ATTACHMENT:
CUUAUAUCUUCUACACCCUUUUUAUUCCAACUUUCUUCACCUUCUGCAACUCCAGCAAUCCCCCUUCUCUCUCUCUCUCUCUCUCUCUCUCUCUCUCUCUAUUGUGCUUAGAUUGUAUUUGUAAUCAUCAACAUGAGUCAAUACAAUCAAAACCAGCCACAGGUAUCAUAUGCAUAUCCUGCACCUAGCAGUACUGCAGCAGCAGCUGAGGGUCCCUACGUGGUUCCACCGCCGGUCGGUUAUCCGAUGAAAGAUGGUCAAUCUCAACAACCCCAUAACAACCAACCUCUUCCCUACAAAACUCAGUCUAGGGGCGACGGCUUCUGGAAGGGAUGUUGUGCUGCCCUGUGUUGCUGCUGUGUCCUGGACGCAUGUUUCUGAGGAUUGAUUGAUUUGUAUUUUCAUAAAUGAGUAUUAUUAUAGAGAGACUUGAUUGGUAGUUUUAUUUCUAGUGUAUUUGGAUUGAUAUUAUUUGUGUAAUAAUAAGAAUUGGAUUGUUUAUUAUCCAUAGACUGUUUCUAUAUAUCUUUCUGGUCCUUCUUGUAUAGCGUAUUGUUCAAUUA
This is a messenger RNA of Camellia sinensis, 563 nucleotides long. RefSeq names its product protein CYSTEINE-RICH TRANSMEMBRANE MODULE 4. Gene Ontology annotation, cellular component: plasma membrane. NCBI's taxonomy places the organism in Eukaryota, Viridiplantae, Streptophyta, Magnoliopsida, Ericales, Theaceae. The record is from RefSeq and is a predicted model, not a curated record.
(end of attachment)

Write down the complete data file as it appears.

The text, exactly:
CUUAUAUCUUCUACACCCUUUUUAUUCCAACUUUCUUCACCUUCUGCAACUCCAGCAAUCCCCCUUCUCUCUCUCUCUCUCUCUCUCUCUCUCUCUCUCUAUUGUGCUUAGAUUGUAUUUGUAAUCAUCAACAUGAGUCAAUACAAUCAAAACCAGCCACAGGUAUCAUAUGCAUAUCCUGCACCUAGCAGUACUGCAGCAGCAGCUGAGGGUCCCUACGUGGUUCCACCGCCGGUCGGUUAUCCGAUGAAAGAUGGUCAAUCUCAACAACCCCAUAACAACCAACCUCUUCCCUACAAAACUCAGUCUAGGGGCGACGGCUUCUGGAAGGGAUGUUGUGCUGCCCUGUGUUGCUGCUGUGUCCUGGACGCAUGUUUCUGAGGAUUGAUUGAUUUGUAUUUUCAUAAAUGAGUAUUAUUAUAGAGAGACUUGAUUGGUAGUUUUAUUUCUAGUGUAUUUGGAUUGAUAUUAUUUGUGUAAUAAUAAGAAUUGGAUUGUUUAUUAUCCAUAGACUGUUUCUAUAUAUCUUUCUGGUCCUUCUUGUAUAGCGUAUUGUUCAAUUA
This is a messenger RNA of Camellia sinensis, 563 nucleotides long. RefSeq names its product protein CYSTEINE-RICH TRANSMEMBRANE MODULE 4. Gene Ontology annotation, cellular component: plasma membrane. NCBI's taxonomy places the organism in Eukaryota, Viridiplantae, Streptophyta, Magnoliopsida, Ericales, Theaceae. The record is from RefSeq and is a predicted model, not a curated record.